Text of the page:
On the evening of Monday, Feb. 5, at Loft 19 in Chelsea, models with prim netted buns of hair strutted down a makeshift runway, wearing clothes by H Fredriksson: a beautifully shaped gray wool herringbone pouf-sleeved dress; a black-coated denim jean paired with a black wool caftan coat and silk charmeuse shell; a royal blue dress with brocade yoke.
The “H” stands for Helena. Ms. Fredriksson, a Swedish fine artist turned fashion designer, is in many ways as far from H&M, the hugely popular Swedish mass-market chain and disposable-fashion purveyor, as one can get. She uses vintage and organic fabrics whenever she can, including knitted wool from a mill in White Plains, contracting work not to underage fingers in Singapore but to a tailor over the river in—gasp!—Brooklyn. Her clothes, which retail from $265 to $595 per piece, are intended to last not a season or less, but a lifetime.
“What we need is a bigger understanding and awareness of what’s going on environmentally,” Ms. Fredriksson said, sitting ladylike in her loft apartment on North Fifth Street in Williamsburg the other day, pulling her long blond ponytail in front of her nose as if it were a shield. “Like, if we still want to live on this planet, we need to start figuring out how to take care of it.” Meaning, perhaps, radically enough, the end of the trend: “This sort of obsession over certain specific things over a very short period of time, rather than the long-term thinking.”
Since 2004, Ms. Fredriksson’s pieces have done a brisk business in her neighborhood’s boutiques, as well as on the Lower East Side. Now, for the first time, pieces from H Fredriksson’s spring collection are on pre-sale on the Neiman Marcus Web site. “You can just see the detail and how well it’s made,” said Stacy Adams, a Neiman buyer who came across H Fredriksson accidentally while viewing another collection at the designer’s showroom.
“It changes where I’m at and how people look at me, which is really good, because when you’re only in boutiques, you are not taken that seriously from press and buyers,” Ms. Fredriksson said. It was the day before her 30th birthday, and she was reminiscing about how she began sewing at age 10, as all young Swedes do, in school. The daughter of a building engineer and a kindergarten teacher, “I couldn’t buy clothes that I wanted, so I made them, or I found vintage finds for a dollar apiece,” she said, surrounded by four racks of clothes waiting to be fitted onto typically tardy models. Later, “I’d cut them apart and fix them and do something else out of them, tailoring it to the way I wanted it. It’s something that felt natural. I always did it, and then people liked it. I made some more, and they sold, and I was like, ‘O.K., it sold—I’ll make some more,’ and they sold too.”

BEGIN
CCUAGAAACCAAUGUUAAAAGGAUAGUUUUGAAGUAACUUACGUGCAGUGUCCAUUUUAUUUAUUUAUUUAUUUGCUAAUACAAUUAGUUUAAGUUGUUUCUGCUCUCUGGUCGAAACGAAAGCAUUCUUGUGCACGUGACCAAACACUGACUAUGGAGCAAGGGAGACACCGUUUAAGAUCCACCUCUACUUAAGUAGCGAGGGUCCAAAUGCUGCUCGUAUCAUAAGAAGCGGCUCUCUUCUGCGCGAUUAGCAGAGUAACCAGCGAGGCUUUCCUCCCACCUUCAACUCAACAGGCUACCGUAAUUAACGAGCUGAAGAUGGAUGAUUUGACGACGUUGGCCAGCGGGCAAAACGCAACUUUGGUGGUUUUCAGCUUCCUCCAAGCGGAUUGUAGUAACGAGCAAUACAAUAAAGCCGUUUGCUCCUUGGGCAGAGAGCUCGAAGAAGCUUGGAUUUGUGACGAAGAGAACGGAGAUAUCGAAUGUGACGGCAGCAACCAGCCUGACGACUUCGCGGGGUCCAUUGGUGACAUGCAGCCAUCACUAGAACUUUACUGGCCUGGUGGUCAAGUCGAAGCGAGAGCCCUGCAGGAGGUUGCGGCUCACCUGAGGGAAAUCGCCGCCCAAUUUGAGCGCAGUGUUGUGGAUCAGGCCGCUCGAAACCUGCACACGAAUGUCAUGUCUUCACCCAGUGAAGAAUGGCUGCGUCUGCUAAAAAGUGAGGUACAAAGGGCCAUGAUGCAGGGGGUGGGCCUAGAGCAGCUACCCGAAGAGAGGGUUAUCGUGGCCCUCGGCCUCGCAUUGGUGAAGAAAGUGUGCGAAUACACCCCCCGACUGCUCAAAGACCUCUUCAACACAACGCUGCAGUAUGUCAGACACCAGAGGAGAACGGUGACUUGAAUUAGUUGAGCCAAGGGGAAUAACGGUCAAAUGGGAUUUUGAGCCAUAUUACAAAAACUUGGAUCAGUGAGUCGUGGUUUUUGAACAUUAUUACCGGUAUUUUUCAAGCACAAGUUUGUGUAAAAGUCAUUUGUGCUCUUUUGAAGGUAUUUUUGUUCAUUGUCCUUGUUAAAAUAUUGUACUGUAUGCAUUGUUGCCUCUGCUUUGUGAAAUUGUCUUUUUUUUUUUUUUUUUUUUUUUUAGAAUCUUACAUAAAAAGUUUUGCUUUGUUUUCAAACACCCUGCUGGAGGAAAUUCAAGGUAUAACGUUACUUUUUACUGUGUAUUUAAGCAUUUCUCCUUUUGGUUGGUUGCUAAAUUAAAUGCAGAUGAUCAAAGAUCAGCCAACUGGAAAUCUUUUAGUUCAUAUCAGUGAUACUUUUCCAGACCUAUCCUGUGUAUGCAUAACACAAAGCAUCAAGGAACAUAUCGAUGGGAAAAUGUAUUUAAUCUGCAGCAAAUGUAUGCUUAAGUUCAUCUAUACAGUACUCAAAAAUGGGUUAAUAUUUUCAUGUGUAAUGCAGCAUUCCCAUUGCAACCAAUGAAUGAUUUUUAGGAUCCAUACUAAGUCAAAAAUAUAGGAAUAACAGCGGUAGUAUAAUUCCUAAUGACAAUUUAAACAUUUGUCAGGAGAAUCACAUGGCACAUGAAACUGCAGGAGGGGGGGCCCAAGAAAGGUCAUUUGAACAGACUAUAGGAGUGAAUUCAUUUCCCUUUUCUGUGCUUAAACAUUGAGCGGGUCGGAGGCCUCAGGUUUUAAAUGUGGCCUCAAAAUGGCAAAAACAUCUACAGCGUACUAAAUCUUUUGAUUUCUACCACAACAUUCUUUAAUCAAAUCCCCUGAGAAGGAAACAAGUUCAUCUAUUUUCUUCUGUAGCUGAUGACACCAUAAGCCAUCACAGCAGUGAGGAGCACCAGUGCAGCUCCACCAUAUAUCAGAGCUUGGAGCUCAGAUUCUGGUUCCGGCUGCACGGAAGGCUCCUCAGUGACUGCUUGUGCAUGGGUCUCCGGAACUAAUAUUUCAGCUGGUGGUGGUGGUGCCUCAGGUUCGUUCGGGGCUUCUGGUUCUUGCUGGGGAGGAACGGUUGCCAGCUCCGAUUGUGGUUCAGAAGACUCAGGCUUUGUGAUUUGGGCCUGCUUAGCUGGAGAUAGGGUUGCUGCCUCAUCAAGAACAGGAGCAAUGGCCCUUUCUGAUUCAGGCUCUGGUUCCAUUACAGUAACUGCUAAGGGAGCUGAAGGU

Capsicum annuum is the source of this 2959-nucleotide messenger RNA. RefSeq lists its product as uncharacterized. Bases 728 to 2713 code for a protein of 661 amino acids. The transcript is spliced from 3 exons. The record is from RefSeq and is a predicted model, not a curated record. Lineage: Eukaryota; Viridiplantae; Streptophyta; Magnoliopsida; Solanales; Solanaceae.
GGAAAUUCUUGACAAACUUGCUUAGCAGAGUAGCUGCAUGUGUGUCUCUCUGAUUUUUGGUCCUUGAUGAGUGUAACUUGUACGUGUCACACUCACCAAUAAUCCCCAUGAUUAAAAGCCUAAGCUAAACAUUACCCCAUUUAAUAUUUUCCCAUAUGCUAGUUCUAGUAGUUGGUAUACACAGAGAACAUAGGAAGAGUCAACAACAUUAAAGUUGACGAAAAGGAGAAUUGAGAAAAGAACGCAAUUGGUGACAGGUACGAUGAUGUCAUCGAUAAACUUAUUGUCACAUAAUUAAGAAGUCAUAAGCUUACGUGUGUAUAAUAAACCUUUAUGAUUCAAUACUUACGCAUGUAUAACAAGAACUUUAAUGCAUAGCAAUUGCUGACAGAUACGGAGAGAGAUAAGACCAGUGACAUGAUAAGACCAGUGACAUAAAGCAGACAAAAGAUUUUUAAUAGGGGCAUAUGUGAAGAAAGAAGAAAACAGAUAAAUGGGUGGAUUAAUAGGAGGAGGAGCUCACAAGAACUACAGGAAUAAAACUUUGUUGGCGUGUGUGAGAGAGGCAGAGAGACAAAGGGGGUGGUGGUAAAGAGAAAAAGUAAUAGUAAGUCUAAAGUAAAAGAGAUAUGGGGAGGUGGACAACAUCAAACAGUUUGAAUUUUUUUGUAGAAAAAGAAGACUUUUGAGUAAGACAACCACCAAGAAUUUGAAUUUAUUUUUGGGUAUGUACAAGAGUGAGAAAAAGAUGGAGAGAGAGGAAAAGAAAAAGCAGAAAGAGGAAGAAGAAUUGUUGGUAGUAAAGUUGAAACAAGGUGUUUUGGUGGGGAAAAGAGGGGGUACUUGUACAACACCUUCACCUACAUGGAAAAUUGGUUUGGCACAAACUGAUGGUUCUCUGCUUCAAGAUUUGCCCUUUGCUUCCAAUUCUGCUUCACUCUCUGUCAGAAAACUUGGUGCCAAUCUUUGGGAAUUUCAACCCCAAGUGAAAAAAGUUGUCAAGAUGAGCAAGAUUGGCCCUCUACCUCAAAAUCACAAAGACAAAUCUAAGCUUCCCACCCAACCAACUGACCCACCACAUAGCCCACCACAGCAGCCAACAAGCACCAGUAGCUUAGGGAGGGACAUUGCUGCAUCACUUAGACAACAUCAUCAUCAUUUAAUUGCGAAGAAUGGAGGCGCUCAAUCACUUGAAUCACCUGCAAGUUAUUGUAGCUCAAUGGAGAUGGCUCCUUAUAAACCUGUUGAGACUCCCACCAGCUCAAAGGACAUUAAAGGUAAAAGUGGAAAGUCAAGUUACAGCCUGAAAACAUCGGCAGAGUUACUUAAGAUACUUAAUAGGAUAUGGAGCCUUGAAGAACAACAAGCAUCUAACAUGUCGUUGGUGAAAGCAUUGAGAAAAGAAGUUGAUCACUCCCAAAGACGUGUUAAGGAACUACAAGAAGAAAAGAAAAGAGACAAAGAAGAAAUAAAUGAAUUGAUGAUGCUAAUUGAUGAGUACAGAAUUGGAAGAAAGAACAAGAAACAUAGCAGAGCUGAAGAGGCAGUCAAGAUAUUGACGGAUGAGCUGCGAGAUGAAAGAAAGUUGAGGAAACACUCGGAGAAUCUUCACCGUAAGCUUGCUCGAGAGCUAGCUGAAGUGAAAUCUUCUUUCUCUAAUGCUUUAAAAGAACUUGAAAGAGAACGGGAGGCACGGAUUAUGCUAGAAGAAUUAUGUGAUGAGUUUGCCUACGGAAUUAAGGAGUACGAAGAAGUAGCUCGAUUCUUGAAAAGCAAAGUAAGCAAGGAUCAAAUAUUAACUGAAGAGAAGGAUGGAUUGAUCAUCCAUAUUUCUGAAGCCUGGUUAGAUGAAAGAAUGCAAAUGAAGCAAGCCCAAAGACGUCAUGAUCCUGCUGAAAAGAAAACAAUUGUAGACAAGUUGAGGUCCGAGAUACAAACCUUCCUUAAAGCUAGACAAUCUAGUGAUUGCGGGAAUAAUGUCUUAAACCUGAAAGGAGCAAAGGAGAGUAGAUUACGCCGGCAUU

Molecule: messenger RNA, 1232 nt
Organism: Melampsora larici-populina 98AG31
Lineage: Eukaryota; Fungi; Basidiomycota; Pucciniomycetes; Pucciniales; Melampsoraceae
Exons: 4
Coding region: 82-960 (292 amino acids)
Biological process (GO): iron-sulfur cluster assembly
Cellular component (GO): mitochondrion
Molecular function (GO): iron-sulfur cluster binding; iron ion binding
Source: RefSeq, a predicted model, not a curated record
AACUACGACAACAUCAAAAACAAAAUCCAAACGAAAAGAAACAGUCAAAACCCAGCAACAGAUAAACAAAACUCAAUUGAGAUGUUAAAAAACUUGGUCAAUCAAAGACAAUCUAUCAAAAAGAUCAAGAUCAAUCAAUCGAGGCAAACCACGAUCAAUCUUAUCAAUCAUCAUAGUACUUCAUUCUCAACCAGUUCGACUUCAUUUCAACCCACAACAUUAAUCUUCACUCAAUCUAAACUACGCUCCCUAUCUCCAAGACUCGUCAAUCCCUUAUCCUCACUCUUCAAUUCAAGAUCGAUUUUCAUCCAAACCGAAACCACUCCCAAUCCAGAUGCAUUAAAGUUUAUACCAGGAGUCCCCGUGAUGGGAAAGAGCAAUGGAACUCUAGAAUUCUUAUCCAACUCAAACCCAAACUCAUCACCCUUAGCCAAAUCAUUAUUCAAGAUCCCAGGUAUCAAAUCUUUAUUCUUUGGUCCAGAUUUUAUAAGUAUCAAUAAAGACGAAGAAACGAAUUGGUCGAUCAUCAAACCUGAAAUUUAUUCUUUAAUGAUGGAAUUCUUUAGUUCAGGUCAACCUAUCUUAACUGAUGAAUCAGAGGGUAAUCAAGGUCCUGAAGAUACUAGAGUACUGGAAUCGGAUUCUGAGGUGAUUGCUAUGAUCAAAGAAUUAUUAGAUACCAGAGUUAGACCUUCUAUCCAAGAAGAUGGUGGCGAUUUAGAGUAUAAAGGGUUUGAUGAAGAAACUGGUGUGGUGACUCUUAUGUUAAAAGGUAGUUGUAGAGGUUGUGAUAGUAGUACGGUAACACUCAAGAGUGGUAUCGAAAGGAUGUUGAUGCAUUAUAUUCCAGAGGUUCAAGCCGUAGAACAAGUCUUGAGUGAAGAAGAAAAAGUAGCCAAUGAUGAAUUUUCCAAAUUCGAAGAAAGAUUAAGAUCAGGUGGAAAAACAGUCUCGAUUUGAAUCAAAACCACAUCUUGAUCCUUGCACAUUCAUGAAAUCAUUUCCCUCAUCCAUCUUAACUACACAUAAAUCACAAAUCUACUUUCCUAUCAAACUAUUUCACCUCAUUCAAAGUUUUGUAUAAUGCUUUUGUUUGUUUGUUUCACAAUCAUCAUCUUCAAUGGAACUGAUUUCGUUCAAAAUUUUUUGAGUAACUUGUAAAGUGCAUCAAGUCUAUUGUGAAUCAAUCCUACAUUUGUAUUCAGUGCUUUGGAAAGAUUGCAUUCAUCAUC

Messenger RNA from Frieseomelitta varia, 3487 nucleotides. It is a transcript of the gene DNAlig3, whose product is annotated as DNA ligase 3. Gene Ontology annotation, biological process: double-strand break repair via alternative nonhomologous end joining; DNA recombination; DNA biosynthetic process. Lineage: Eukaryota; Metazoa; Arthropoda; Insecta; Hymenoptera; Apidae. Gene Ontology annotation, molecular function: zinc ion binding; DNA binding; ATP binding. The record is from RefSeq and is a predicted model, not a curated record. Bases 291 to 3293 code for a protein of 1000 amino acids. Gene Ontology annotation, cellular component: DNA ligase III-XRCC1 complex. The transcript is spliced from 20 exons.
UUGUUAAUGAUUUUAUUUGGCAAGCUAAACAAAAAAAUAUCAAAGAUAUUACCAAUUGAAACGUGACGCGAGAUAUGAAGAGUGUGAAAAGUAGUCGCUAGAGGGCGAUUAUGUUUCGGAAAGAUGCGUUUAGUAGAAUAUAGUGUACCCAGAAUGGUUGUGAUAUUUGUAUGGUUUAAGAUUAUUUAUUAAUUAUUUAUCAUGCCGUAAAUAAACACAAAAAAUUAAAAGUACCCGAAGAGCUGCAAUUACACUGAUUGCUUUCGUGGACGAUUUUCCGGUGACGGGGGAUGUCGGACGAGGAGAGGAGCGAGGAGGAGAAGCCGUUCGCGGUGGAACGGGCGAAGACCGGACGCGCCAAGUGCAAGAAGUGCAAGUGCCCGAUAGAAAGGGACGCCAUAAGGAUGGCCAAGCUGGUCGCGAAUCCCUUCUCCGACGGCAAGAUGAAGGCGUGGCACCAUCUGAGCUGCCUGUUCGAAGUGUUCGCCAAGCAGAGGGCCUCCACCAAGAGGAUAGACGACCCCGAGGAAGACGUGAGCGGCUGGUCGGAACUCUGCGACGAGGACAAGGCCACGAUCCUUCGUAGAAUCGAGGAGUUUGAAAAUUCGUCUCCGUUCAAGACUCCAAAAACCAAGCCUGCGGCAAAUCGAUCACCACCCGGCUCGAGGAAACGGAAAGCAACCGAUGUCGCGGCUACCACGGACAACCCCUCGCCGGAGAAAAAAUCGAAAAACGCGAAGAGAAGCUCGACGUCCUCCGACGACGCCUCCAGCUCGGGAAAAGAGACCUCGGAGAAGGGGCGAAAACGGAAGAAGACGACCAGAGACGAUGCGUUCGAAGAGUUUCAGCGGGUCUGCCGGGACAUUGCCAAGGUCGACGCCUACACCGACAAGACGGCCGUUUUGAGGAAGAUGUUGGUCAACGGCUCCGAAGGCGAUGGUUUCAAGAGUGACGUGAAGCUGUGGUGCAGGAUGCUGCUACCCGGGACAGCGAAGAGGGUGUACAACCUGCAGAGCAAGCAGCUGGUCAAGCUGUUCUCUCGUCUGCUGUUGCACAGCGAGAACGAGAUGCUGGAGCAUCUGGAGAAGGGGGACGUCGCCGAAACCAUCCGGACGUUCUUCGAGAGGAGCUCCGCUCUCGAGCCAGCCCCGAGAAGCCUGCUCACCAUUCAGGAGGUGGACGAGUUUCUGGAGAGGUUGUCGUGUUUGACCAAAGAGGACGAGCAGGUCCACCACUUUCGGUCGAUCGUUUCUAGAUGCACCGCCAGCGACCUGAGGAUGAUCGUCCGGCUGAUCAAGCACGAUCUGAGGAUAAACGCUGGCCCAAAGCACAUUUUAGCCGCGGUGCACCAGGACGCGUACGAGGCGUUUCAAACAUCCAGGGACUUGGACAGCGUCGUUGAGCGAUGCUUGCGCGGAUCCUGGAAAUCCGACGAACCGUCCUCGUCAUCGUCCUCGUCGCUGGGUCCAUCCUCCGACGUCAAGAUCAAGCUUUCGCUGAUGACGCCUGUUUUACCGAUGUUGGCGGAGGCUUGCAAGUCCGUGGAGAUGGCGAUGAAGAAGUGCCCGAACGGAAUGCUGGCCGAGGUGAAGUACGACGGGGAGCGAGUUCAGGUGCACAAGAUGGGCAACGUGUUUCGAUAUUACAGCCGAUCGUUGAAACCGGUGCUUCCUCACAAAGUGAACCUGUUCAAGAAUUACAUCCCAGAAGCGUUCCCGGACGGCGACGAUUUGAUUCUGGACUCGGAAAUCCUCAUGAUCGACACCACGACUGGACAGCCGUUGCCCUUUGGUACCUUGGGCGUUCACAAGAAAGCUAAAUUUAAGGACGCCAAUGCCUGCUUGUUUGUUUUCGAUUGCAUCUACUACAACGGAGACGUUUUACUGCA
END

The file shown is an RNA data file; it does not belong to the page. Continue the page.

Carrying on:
After arriving in New York in 1997 to attend the Art Students League, specializing in painting and printmaking, Ms. Fredriksson met Mike Skinner, 32, a music producer and drummer for indie rockers Kevin Devine & the Goddamn Band. They married in 2000, and she got a job as an assistant store manager for Camper, the Spanish company that makes those funny shoes, after meeting a guy who worked there while traveling on a bus in Mexico. She scrimped and saved and started her own line.
During Fashion Week in fall 2005, Andy Salzer, owner of the eponymous boutique on Broadway in Williamsburg and creative director of its men’s line, Yoko Devereaux, was asking around for designers to include in a show he was putting together called To the Bitter End, and he got word of Ms. Fredriksson. His own line shares something of the H Fredriksson aesthetic: small, personal, anti-corporate, even though it is sold at Saks. “The marketing agenda for most of these larger houses is feeding off of your neurosis,” Mr. Salzer said, standing among the stacked boxes of his spring designs waiting to be shipped. “Especially for women. Basically it’s like, ‘Your life sucks, but if you come and you buy this, your life will be fantastic,’ and suddenly you are just buying this. It’s more like the Prada and the Gucci and all that—it’s that little logo thing, it’s just crap. It’s not any better or any worse than anything I design, but yet they are ripping you off blindly by charging you so much money to have this little teeny piece of this lifestyle that literally 1 percent of the world lives up to.”
Ms. Fredriksson is decidedly not about logos (her label is a discreet black tag with “H Fredriksson” in white lettering), but rather a kind of synesthesia. Music and art play a role in everything she makes. Her patterns come from her own photography: twisting images of trees and leaves in black patterns over silk. She frequently gets inspiration from her husband, who has taught her about music production and layers of sound. “Just like this one subtle thing happening in the layers underneath the layers, and I’ll be like, ‘I love that,’” she said. “I’ll be like, ‘Oh, I want to do something that feels like that.’”
And what was Ms. Fredriksson wearing on this day? Straight-leg jeans that bunched at the ankle—“I made the pants, actually,” she said—above black-velvet slipper shoes complemented by black and silver chunky necklaces, over an off-white skirt shirt that flowed from her bust to her thigh.
“Do you know where it’s from? I almost don’t want to tell you,” she said. “It’s from H&M. It has spills all over it.”